Mr. Consistency: Solomon Hill there when Arizona basketball needs him
Solomon Hill knows his role. It’s a bit less defined than the rest of Arizona’s roster, though.
Mark Lyons is the shot-maker and go-to scorer in crunch time.
Kevin Parrom is the sixth man, Nick Johnson the lockdown defender.
Kaleb Tarczewski, Grant Jerrett and Brandon Ashley are freshmen wunderkinds developing into the No. 6 Wildcats’ (16-1, 4-1) low-post presence.
Tyler Besh / Arizona Daily Wildcat Men's basketball vs ASU
So what does that make Hill?
Who knows? But he’s there when it counts.
Call him the trendsetter.
He is clutch, but not in the same way as Lyons.
He can score, but he can also win a game with a good pass, rebound or defensive stop.
Hill does what he has to do, when he has to do it.
“He’s one of our leaders,” Parrom said. “He has to be clutch.”
In a 71-54 win against ASU on Saturday, Hill scored 13 points in 39 minutes of action.
Lyons’ and Johnson’s scoring prowess, in the second half in particular, helped the Wildcats to a dominant win after a tightly contested first half.
But, it was a timely 3-pointer from Hill with less than 10 minutes remaining that spurred an 11-6 run to put the Sun Devils away, after they had brought the game within four points.
Perhaps the most important basket of the game was the first one.
Jordan Bachynski is supposed to be the best shot-blocker in the Pac-12 and one of the best in the country with 4.4 swats per game.
Hill downplayed Bachynski’s imposing presence in the paint during the days leading up to the ASU matchup.
And then, just 30 seconds into the game, Hill dunked on him.
“He likes to set guys up for blocks, so you go right in his face and show him this is a different team,” Hill said after Saturday’s game. “This is not the team you guys have been playing here.”
It was something he thought about all week, Hill said.
Bachynski still finished with three blocks, but the damage was done. The 7-foot-2 junior was unimpressive, with three points, six rebounds and three turnovers.
Hill set the tone for the game, and for the Wildcats team.
It helps that his confidence is at an all-time high.
Thursday’s match-up with longtime Pac-12 rival UCLA will mark Hill’s last “white-out” experience at McKale Center.
In last year’s against Washington, Hill scored a career high 28 points on 9-of-10 shooting but had zero assists, and the Wildcats lost the game.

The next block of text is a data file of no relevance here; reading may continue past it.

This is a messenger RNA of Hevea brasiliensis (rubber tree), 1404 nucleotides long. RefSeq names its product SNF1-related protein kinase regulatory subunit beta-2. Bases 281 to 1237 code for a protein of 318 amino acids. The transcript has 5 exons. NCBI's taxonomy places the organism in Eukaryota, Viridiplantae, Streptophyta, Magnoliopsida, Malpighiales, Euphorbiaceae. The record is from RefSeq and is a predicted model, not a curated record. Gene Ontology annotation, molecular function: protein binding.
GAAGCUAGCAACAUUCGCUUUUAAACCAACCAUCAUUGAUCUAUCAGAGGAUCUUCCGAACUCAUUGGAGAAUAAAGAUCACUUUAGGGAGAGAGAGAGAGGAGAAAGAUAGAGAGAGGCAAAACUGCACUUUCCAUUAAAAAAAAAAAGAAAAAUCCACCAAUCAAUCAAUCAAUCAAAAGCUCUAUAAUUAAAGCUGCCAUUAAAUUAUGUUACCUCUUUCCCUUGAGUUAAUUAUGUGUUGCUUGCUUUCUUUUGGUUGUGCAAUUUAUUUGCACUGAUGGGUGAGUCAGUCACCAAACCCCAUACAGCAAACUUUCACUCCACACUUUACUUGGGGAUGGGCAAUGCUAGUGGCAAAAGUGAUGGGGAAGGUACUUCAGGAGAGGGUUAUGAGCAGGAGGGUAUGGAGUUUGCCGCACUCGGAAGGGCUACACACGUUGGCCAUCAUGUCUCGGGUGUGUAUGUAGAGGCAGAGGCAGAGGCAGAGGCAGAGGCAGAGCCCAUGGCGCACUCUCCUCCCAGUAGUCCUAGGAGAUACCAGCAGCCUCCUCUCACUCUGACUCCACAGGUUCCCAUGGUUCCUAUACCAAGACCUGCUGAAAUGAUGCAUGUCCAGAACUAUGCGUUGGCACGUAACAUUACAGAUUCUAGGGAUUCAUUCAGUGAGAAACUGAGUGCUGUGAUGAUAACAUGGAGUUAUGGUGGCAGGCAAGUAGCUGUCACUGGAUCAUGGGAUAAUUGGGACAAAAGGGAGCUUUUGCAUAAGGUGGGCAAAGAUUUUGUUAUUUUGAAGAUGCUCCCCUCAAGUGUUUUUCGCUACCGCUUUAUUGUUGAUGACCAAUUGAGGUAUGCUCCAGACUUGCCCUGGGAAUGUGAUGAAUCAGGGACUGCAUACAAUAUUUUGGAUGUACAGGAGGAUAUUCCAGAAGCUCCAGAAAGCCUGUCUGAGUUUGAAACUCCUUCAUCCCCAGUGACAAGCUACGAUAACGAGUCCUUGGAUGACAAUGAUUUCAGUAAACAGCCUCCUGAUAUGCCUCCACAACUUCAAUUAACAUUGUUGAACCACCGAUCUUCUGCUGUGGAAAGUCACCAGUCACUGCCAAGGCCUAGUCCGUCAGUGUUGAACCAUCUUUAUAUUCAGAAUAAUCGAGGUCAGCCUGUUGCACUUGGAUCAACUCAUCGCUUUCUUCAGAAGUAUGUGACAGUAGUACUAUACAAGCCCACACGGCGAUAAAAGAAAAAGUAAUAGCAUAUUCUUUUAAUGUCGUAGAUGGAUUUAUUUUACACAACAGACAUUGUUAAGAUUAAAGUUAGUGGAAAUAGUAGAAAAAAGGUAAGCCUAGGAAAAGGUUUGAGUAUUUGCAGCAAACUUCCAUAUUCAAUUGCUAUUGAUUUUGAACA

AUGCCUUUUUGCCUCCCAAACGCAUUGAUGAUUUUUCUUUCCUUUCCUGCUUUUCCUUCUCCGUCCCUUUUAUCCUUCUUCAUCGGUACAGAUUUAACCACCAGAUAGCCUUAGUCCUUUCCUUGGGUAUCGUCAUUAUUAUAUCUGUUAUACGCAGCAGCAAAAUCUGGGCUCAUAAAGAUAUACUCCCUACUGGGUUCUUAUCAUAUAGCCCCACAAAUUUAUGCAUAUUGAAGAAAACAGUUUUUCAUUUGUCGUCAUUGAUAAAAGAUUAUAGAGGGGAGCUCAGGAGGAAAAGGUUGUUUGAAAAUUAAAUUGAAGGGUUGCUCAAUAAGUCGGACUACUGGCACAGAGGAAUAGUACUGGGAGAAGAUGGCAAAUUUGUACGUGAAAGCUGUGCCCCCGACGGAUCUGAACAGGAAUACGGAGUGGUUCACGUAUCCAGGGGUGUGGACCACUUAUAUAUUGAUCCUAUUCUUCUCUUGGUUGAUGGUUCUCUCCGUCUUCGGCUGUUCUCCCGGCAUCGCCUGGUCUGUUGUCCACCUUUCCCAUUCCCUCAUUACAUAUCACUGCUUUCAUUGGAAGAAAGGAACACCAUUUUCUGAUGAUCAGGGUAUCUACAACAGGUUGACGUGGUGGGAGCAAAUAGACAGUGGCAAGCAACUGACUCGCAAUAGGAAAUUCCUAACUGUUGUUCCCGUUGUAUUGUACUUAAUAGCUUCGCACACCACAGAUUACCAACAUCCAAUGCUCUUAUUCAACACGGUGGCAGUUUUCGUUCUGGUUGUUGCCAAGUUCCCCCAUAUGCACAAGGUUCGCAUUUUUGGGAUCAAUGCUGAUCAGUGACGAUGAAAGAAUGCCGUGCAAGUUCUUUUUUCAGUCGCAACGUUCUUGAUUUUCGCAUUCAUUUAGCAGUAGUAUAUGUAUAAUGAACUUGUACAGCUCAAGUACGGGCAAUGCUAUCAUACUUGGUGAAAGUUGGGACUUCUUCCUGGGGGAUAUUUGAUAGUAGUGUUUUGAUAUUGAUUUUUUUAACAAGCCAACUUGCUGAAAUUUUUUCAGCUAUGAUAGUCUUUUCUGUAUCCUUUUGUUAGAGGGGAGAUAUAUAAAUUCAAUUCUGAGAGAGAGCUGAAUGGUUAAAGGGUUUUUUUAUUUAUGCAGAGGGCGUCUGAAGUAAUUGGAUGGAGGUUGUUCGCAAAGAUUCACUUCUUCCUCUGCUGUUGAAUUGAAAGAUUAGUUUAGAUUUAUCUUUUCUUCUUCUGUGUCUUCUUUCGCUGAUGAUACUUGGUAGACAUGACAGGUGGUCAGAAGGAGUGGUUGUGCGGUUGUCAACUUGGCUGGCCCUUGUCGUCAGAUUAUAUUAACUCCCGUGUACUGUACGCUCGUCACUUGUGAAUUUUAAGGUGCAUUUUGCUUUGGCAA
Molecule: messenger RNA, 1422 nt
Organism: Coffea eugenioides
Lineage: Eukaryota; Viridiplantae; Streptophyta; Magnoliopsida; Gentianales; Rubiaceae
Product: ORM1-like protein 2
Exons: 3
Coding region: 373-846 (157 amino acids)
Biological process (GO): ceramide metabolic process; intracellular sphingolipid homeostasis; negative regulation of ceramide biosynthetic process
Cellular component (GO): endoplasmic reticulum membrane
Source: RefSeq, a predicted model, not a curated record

So while he’s capable of being the best scorer on the floor, he doesn’t need to be. He goes where the Wildcats need him. He’s the consummate team player.
“I thought he was the best player on the court,” head coach Sean Miller said, “because when he scored, it really mattered.”
It’s a far cry from Hill circa 2009-10 — his freshman season — when he scored more than 10 points only eight times, and Arizona faltered in a 16-15 debut season for Miller.
Now, armed with a vastly improved 3-point jumper, excellent ball-handling ability and a keen sense of positioning for rebounds, Hill is often the most dangerous player on the court.
He might not consistently score points, but he consistently contributes.
“I think his freshman and sophomore years, he can tell you he wasn’t really consistent,” Parrom said. “I wasn’t either. I think this year we’re proving we can be consistent on the offensive and defensive end. That’s something that Solomon has done; that’s something I like from his game. He’s always consistent and he’s always doing something on the floor.”
In fact, Hill plays better when he shoots the ball less.
This season, when Hill attempted more than 10 shots, which happened six times, he converted 40 percent of the time. With 10 or fewer shots, which happened 11 times, he converted on 51.1 percent.
Taking more shots generally tends to reduce field goal percentage, so a better measure might be wins and losses.
Last season, when Hill shot the ball more than 10 times, Arizona was 3-5, compared to 20-7 with 10 or fewer.
His peripheral statistics might have something to do with that.
In the last two years, in games where Hill attempted 10 or fewer shots, Hill added 5.7 rebounds, 3.0 assists and 1.25 steals per game.
“The tempo and how much you put into the game is something you can control,” Hill said. “You’re not always going to hit the shot, but you can rebound or get a stop.”
Hill doesn’t always shoot the ball, but when he does, it counts.
He might not be the most interesting man in the world, but he might be Arizona’s most important.